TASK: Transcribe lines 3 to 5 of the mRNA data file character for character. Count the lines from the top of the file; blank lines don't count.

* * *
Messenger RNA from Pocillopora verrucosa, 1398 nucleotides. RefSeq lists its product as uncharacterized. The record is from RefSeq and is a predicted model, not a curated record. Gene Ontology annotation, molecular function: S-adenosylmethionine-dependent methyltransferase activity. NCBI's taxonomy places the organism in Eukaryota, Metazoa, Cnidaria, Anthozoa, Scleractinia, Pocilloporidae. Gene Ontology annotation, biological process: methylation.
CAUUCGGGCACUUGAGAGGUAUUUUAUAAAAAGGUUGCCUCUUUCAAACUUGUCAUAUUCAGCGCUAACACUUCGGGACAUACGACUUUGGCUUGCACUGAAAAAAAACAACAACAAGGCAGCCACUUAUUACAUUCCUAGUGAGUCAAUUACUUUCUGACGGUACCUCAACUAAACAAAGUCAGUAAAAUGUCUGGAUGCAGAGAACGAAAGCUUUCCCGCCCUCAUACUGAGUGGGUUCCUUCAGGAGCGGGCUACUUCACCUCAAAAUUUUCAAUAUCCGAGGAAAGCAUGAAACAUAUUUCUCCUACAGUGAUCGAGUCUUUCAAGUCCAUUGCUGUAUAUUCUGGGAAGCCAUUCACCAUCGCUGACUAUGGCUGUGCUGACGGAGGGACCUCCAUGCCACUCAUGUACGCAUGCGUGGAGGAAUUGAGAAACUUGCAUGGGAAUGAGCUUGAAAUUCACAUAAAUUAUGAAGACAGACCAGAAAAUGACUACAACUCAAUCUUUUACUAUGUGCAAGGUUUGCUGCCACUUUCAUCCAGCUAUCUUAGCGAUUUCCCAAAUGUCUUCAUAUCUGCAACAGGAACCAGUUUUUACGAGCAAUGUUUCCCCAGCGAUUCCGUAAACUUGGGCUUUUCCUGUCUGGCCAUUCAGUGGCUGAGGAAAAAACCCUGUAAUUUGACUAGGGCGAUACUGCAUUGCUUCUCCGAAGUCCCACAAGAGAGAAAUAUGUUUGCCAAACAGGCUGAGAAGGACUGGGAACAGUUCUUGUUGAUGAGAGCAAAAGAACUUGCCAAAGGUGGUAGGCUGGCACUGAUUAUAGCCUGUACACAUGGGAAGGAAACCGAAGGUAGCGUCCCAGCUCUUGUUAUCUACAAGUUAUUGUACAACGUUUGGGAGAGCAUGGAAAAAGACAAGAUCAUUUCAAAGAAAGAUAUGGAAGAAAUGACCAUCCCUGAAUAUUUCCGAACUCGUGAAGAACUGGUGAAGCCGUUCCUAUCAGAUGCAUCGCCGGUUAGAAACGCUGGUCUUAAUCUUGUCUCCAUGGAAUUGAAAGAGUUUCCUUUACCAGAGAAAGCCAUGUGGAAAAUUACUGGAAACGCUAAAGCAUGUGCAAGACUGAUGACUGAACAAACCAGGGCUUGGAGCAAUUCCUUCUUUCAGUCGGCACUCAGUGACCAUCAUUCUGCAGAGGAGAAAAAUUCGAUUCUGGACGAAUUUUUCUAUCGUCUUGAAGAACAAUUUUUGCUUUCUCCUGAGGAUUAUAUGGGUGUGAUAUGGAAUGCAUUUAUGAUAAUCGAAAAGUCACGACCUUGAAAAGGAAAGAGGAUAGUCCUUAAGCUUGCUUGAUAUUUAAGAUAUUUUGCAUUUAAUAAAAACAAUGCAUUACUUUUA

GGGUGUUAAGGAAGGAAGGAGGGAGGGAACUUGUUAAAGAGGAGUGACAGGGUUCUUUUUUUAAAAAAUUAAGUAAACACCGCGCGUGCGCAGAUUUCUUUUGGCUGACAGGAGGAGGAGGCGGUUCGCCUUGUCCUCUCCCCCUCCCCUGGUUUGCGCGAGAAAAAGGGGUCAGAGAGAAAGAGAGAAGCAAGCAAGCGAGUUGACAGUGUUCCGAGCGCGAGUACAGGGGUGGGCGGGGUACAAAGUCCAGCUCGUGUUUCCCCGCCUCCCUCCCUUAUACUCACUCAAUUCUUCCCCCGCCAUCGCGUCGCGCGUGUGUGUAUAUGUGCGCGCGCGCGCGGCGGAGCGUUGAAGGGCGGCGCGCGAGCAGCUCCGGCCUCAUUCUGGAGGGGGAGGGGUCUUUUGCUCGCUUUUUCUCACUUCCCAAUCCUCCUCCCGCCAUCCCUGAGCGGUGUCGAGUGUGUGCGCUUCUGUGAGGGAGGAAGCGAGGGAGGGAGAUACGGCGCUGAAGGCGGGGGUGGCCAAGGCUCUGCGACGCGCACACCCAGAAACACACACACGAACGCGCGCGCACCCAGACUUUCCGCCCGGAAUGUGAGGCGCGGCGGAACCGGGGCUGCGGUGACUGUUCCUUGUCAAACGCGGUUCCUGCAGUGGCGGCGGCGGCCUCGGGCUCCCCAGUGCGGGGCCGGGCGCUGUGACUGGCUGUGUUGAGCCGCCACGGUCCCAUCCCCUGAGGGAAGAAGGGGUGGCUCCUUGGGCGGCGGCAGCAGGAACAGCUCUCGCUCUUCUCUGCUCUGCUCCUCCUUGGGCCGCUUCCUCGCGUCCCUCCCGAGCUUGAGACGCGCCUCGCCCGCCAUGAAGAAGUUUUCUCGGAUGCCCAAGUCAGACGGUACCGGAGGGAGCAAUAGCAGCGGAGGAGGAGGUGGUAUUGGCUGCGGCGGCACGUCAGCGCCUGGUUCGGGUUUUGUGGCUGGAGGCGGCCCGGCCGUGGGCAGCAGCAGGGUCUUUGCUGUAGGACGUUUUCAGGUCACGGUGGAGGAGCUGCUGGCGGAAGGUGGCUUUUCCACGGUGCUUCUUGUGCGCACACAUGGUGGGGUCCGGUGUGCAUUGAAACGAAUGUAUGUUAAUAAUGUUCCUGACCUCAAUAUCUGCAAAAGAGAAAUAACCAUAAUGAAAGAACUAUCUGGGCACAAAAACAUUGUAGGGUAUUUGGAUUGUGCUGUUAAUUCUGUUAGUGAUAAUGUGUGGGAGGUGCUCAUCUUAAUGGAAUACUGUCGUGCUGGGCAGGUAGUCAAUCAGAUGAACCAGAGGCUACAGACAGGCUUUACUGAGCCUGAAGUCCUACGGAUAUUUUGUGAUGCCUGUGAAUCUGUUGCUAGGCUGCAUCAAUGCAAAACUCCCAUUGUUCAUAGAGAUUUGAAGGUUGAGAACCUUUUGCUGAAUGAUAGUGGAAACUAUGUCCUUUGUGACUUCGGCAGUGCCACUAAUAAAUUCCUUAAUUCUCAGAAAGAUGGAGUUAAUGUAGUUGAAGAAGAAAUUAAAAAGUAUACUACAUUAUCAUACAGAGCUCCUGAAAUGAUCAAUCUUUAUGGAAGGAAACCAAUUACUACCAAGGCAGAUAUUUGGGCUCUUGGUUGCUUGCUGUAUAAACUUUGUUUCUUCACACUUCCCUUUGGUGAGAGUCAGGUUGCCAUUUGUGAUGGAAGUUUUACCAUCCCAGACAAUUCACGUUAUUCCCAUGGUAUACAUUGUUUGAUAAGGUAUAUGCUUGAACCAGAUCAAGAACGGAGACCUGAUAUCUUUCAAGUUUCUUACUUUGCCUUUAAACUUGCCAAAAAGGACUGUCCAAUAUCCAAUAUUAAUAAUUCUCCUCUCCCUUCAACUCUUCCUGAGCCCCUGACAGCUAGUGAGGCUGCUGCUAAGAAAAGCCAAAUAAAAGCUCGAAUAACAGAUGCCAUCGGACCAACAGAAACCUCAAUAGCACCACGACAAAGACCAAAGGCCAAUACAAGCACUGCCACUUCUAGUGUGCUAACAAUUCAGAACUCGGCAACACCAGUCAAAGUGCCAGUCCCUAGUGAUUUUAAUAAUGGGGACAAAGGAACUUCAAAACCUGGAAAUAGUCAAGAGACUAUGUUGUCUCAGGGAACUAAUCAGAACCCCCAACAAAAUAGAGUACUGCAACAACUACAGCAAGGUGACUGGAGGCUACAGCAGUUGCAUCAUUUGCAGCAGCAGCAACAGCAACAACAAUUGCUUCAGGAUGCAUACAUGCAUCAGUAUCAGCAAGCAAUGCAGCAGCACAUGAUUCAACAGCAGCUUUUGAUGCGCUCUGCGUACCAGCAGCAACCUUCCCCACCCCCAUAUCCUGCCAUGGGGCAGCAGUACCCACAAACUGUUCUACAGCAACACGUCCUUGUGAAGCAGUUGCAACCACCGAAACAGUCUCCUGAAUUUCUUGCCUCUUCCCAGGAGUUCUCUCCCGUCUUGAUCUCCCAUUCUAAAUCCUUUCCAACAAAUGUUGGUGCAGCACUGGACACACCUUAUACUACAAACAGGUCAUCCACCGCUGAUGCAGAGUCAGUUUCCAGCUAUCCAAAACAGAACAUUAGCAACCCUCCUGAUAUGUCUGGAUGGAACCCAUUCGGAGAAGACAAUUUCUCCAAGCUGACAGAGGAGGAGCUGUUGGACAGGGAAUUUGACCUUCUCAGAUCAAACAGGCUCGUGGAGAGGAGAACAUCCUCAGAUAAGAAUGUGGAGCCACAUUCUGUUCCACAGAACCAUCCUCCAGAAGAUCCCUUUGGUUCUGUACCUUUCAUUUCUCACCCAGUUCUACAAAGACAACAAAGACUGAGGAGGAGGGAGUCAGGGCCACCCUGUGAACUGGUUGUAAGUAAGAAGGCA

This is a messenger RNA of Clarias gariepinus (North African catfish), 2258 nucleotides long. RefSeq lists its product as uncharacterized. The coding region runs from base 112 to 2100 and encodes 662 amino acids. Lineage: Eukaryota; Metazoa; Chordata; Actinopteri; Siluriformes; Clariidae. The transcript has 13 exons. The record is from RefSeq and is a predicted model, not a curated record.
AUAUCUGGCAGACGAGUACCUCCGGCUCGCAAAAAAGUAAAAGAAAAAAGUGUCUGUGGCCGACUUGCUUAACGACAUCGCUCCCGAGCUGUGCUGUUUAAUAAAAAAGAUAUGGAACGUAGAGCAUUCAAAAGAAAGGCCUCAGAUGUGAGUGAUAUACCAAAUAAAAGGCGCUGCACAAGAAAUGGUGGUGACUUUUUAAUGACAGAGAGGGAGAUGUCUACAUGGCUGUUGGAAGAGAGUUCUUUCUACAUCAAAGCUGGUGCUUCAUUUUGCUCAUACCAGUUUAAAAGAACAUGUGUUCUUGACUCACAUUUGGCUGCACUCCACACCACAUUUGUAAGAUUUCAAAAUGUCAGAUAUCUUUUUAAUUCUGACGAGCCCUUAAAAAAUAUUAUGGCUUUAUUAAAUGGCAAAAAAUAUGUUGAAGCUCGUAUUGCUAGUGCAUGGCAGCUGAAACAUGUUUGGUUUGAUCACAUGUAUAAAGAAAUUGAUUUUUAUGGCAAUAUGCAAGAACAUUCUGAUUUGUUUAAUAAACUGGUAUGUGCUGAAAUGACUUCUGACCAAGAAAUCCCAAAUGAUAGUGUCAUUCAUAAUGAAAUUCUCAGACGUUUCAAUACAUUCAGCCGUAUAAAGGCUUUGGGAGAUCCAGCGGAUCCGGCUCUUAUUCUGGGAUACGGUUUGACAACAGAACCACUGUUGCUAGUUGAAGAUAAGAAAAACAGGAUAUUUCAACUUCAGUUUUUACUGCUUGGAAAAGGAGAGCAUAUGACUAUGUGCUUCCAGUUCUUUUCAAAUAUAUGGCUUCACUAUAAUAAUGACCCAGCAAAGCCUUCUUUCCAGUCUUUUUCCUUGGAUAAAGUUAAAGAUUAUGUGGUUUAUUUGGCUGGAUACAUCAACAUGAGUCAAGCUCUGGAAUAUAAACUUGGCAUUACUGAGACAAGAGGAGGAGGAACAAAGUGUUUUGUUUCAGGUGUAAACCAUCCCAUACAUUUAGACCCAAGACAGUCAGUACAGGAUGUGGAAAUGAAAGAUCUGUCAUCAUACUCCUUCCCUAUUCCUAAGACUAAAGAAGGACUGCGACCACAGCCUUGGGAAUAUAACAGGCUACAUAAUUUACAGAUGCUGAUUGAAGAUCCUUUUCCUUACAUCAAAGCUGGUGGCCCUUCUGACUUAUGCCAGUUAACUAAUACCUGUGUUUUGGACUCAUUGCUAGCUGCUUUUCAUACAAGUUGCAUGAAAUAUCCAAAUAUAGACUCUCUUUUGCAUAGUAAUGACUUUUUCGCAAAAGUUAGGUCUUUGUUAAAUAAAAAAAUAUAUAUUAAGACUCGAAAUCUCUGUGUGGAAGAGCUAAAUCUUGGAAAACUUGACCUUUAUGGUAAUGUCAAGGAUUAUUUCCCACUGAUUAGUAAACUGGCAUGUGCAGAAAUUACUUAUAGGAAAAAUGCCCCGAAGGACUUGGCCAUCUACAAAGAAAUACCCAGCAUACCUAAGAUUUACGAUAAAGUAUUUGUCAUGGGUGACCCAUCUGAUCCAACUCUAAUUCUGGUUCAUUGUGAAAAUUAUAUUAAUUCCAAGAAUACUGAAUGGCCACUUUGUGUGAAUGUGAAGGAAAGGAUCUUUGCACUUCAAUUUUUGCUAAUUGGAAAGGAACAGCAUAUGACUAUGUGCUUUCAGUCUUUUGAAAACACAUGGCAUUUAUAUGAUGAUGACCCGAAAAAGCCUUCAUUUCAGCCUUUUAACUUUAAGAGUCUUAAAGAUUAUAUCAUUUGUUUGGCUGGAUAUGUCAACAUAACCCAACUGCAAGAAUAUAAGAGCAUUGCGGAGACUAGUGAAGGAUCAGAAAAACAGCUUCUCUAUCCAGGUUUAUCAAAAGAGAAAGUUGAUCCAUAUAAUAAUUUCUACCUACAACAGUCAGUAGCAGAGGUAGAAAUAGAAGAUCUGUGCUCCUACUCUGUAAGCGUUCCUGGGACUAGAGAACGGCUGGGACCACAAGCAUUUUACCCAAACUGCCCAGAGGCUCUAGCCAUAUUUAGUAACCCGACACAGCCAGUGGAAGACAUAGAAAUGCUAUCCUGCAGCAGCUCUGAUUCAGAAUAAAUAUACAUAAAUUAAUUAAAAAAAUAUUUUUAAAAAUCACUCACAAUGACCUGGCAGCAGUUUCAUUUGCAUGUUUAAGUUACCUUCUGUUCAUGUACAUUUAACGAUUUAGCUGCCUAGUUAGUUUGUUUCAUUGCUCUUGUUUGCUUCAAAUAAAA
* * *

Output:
GGGUGUUAAGGAAGGAAGGAGGGAGGGAACUUGUUAAAGAGGAGUGACAGGGUUCUUUUUUUAAAAAAUUAAGUAAACACCGCGCGUGCGCAGAUUUCUUUUGGCUGACAGGAGGAGGAGGCGGUUCGCCUUGUCCUCUCCCCCUCCCCUGGUUUGCGCGAGAAAAAGGGGUCAGAGAGAAAGAGAGAAGCAAGCAAGCGAGUUGACAGUGUUCCGAGCGCGAGUACAGGGGUGGGCGGGGUACAAAGUCCAGCUCGUGUUUCCCCGCCUCCCUCCCUUAUACUCACUCAAUUCUUCCCCCGCCAUCGCGUCGCGCGUGUGUGUAUAUGUGCGCGCGCGCGCGGCGGAGCGUUGAAGGGCGGCGCGCGAGCAGCUCCGGCCUCAUUCUGGAGGGGGAGGGGUCUUUUGCUCGCUUUUUCUCACUUCCCAAUCCUCCUCCCGCCAUCCCUGAGCGGUGUCGAGUGUGUGCGCUUCUGUGAGGGAGGAAGCGAGGGAGGGAGAUACGGCGCUGAAGGCGGGGGUGGCCAAGGCUCUGCGACGCGCACACCCAGAAACACACACACGAACGCGCGCGCACCCAGACUUUCCGCCCGGAAUGUGAGGCGCGGCGGAACCGGGGCUGCGGUGACUGUUCCUUGUCAAACGCGGUUCCUGCAGUGGCGGCGGCGGCCUCGGGCUCCCCAGUGCGGGGCCGGGCGCUGUGACUGGCUGUGUUGAGCCGCCACGGUCCCAUCCCCUGAGGGAAGAAGGGGUGGCUCCUUGGGCGGCGGCAGCAGGAACAGCUCUCGCUCUUCUCUGCUCUGCUCCUCCUUGGGCCGCUUCCUCGCGUCCCUCCCGAGCUUGAGACGCGCCUCGCCCGCCAUGAAGAAGUUUUCUCGGAUGCCCAAGUCAGACGGUACCGGAGGGAGCAAUAGCAGCGGAGGAGGAGGUGGUAUUGGCUGCGGCGGCACGUCAGCGCCUGGUUCGGGUUUUGUGGCUGGAGGCGGCCCGGCCGUGGGCAGCAGCAGGGUCUUUGCUGUAGGACGUUUUCAGGUCACGGUGGAGGAGCUGCUGGCGGAAGGUGGCUUUUCCACGGUGCUUCUUGUGCGCACACAUGGUGGGGUCCGGUGUGCAUUGAAACGAAUGUAUGUUAAUAAUGUUCCUGACCUCAAUAUCUGCAAAAGAGAAAUAACCAUAAUGAAAGAACUAUCUGGGCACAAAAACAUUGUAGGGUAUUUGGAUUGUGCUGUUAAUUCUGUUAGUGAUAAUGUGUGGGAGGUGCUCAUCUUAAUGGAAUACUGUCGUGCUGGGCAGGUAGUCAAUCAGAUGAACCAGAGGCUACAGACAGGCUUUACUGAGCCUGAAGUCCUACGGAUAUUUUGUGAUGCCUGUGAAUCUGUUGCUAGGCUGCAUCAAUGCAAAACUCCCAUUGUUCAUAGAGAUUUGAAGGUUGAGAACCUUUUGCUGAAUGAUAGUGGAAACUAUGUCCUUUGUGACUUCGGCAGUGCCACUAAUAAAUUCCUUAAUUCUCAGAAAGAUGGAGUUAAUGUAGUUGAAGAAGAAAUUAAAAAGUAUACUACAUUAUCAUACAGAGCUCCUGAAAUGAUCAAUCUUUAUGGAAGGAAACCAAUUACUACCAAGGCAGAUAUUUGGGCUCUUGGUUGCUUGCUGUAUAAACUUUGUUUCUUCACACUUCCCUUUGGUGAGAGUCAGGUUGCCAUUUGUGAUGGAAGUUUUACCAUCCCAGACAAUUCACGUUAUUCCCAUGGUAUACAUUGUUUGAUAAGGUAUAUGCUUGAACCAGAUCAAGAACGGAGACCUGAUAUCUUUCAAGUUUCUUACUUUGCCUUUAAACUUGCCAAAAAGGACUGUCCAAUAUCCAAUAUUAAUAAUUCUCCUCUCCCUUCAACUCUUCCUGAGCCCCUGACAGCUAGUGAGGCUGCUGCUAAGAAAAGCCAAAUAAAAGCUCGAAUAACAGAUGCCAUCGGACCAACAGAAACCUCAAUAGCACCACGACAAAGACCAAAGGCCAAUACAAGCACUGCCACUUCUAGUGUGCUAACAAUUCAGAACUCGGCAACACCAGUCAAAGUGCCAGUCCCUAGUGAUUUUAAUAAUGGGGACAAAGGAACUUCAAAACCUGGAAAUAGUCAAGAGACUAUGUUGUCUCAGGGAACUAAUCAGAACCCCCAACAAAAUAGAGUACUGCAACAACUACAGCAAGGUGACUGGAGGCUACAGCAGUUGCAUCAUUUGCAGCAGCAGCAACAGCAACAACAAUUGCUUCAGGAUGCAUACAUGCAUCAGUAUCAGCAAGCAAUGCAGCAGCACAUGAUUCAACAGCAGCUUUUGAUGCGCUCUGCGUACCAGCAGCAACCUUCCCCACCCCCAUAUCCUGCCAUGGGGCAGCAGUACCCACAAACUGUUCUACAGCAACACGUCCUUGUGAAGCAGUUGCAACCACCGAAACAGUCUCCUGAAUUUCUUGCCUCUUCCCAGGAGUUCUCUCCCGUCUUGAUCUCCCAUUCUAAAUCCUUUCCAACAAAUGUUGGUGCAGCACUGGACACACCUUAUACUACAAACAGGUCAUCCACCGCUGAUGCAGAGUCAGUUUCCAGCUAUCCAAAACAGAACAUUAGCAACCCUCCUGAUAUGUCUGGAUGGAACCCAUUCGGAGAAGACAAUUUCUCCAAGCUGACAGAGGAGGAGCUGUUGGACAGGGAAUUUGACCUUCUCAGAUCAAACAGGCUCGUGGAGAGGAGAACAUCCUCAGAUAAGAAUGUGGAGCCACAUUCUGUUCCACAGAACCAUCCUCCAGAAGAUCCCUUUGGUUCUGUACCUUUCAUUUCUCACCCAGUUCUACAAAGACAACAAAGACUGAGGAGGAGGGAGUCAGGGCCACCCUGUGAACUGGUUGUAAGUAAGAAGGCA

This is a messenger RNA of Clarias gariepinus (North African catfish), 2258 nucleotides long. RefSeq lists its product as uncharacterized. The coding region runs from base 112 to 2100 and encodes 662 amino acids. Lineage: Eukaryota; Metazoa; Chordata; Actinopteri; Siluriformes; Clariidae. The transcript has 13 exons. The record is from RefSeq and is a predicted model, not a curated record.
AUAUCUGGCAGACGAGUACCUCCGGCUCGCAAAAAAGUAAAAGAAAAAAGUGUCUGUGGCCGACUUGCUUAACGACAUCGCUCCCGAGCUGUGCUGUUUAAUAAAAAAGAUAUGGAACGUAGAGCAUUCAAAAGAAAGGCCUCAGAUGUGAGUGAUAUACCAAAUAAAAGGCGCUGCACAAGAAAUGGUGGUGACUUUUUAAUGACAGAGAGGGAGAUGUCUACAUGGCUGUUGGAAGAGAGUUCUUUCUACAUCAAAGCUGGUGCUUCAUUUUGCUCAUACCAGUUUAAAAGAACAUGUGUUCUUGACUCACAUUUGGCUGCACUCCACACCACAUUUGUAAGAUUUCAAAAUGUCAGAUAUCUUUUUAAUUCUGACGAGCCCUUAAAAAAUAUUAUGGCUUUAUUAAAUGGCAAAAAAUAUGUUGAAGCUCGUAUUGCUAGUGCAUGGCAGCUGAAACAUGUUUGGUUUGAUCACAUGUAUAAAGAAAUUGAUUUUUAUGGCAAUAUGCAAGAACAUUCUGAUUUGUUUAAUAAACUGGUAUGUGCUGAAAUGACUUCUGACCAAGAAAUCCCAAAUGAUAGUGUCAUUCAUAAUGAAAUUCUCAGACGUUUCAAUACAUUCAGCCGUAUAAAGGCUUUGGGAGAUCCAGCGGAUCCGGCUCUUAUUCUGGGAUACGGUUUGACAACAGAACCACUGUUGCUAGUUGAAGAUAAGAAAAACAGGAUAUUUCAACUUCAGUUUUUACUGCUUGGAAAAGGAGAGCAUAUGACUAUGUGCUUCCAGUUCUUUUCAAAUAUAUGGCUUCACUAUAAUAAUGACCCAGCAAAGCCUUCUUUCCAGUCUUUUUCCUUGGAUAAAGUUAAAGAUUAUGUGGUUUAUUUGGCUGGAUACAUCAACAUGAGUCAAGCUCUGGAAUAUAAACUUGGCAUUACUGAGACAAGAGGAGGAGGAACAAAGUGUUUUGUUUCAGGUGUAAACCAUCCCAUACAUUUAGACCCAAGACAGUCAGUACAGGAUGUGGAAAUGAAAGAUCUGUCAUCAUACUCCUUCCCUAUUCCUAAGACUAAAGAAGGACUGCGACCACAGCCUUGGGAAUAUAACAGGCUACAUAAUUUACAGAUGCUGAUUGAAGAUCCUUUUCCUUACAUCAAAGCUGGUGGCCCUUCUGACUUAUGCCAGUUAACUAAUACCUGUGUUUUGGACUCAUUGCUAGCUGCUUUUCAUACAAGUUGCAUGAAAUAUCCAAAUAUAGACUCUCUUUUGCAUAGUAAUGACUUUUUCGCAAAAGUUAGGUCUUUGUUAAAUAAAAAAAUAUAUAUUAAGACUCGAAAUCUCUGUGUGGAAGAGCUAAAUCUUGGAAAACUUGACCUUUAUGGUAAUGUCAAGGAUUAUUUCCCACUGAUUAGUAAACUGGCAUGUGCAGAAAUUACUUAUAGGAAAAAUGCCCCGAAGGACUUGGCCAUCUACAAAGAAAUACCCAGCAUACCUAAGAUUUACGAUAAAGUAUUUGUCAUGGGUGACCCAUCUGAUCCAACUCUAAUUCUGGUUCAUUGUGAAAAUUAUAUUAAUUCCAAGAAUACUGAAUGGCCACUUUGUGUGAAUGUGAAGGAAAGGAUCUUUGCACUUCAAUUUUUGCUAAUUGGAAAGGAACAGCAUAUGACUAUGUGCUUUCAGUCUUUUGAAAACACAUGGCAUUUAUAUGAUGAUGACCCGAAAAAGCCUUCAUUUCAGCCUUUUAACUUUAAGAGUCUUAAAGAUUAUAUCAUUUGUUUGGCUGGAUAUGUCAACAUAACCCAACUGCAAGAAUAUAAGAGCAUUGCGGAGACUAGUGAAGGAUCAGAAAAACAGCUUCUCUAUCCAGGUUUAUCAAAAGAGAAAGUUGAUCCAUAUAAUAAUUUCUACCUACAACAGUCAGUAGCAGAGGUAGAAAUAGAAGAUCUGUGCUCCUACUCUGUAAGCGUUCCUGGGACUAGAGAACGGCUGGGACCACAAGCAUUUUACCCAAACUGCCCAGAGGCUCUAGCCAUAUUUAGUAACCCGACACAGCCAGUGGAAGACAUAGAAAUGCUAUCCUGCAGCAGCUCUGAUUCAGAAUAAAUAUACAUAAAUUAAUUAAAAAAAUAUUUUUAAAAAUCACUCACAAUGACCUGGCAGCAGUUUCAUUUGCAUGUUUAAGUUACCUUCUGUUCAUGUACAUUUAACGAUUUAGCUGCCUAGUUAGUUUGUUUCAUUGCUCUUGUUUGCUUCAAAUAAAA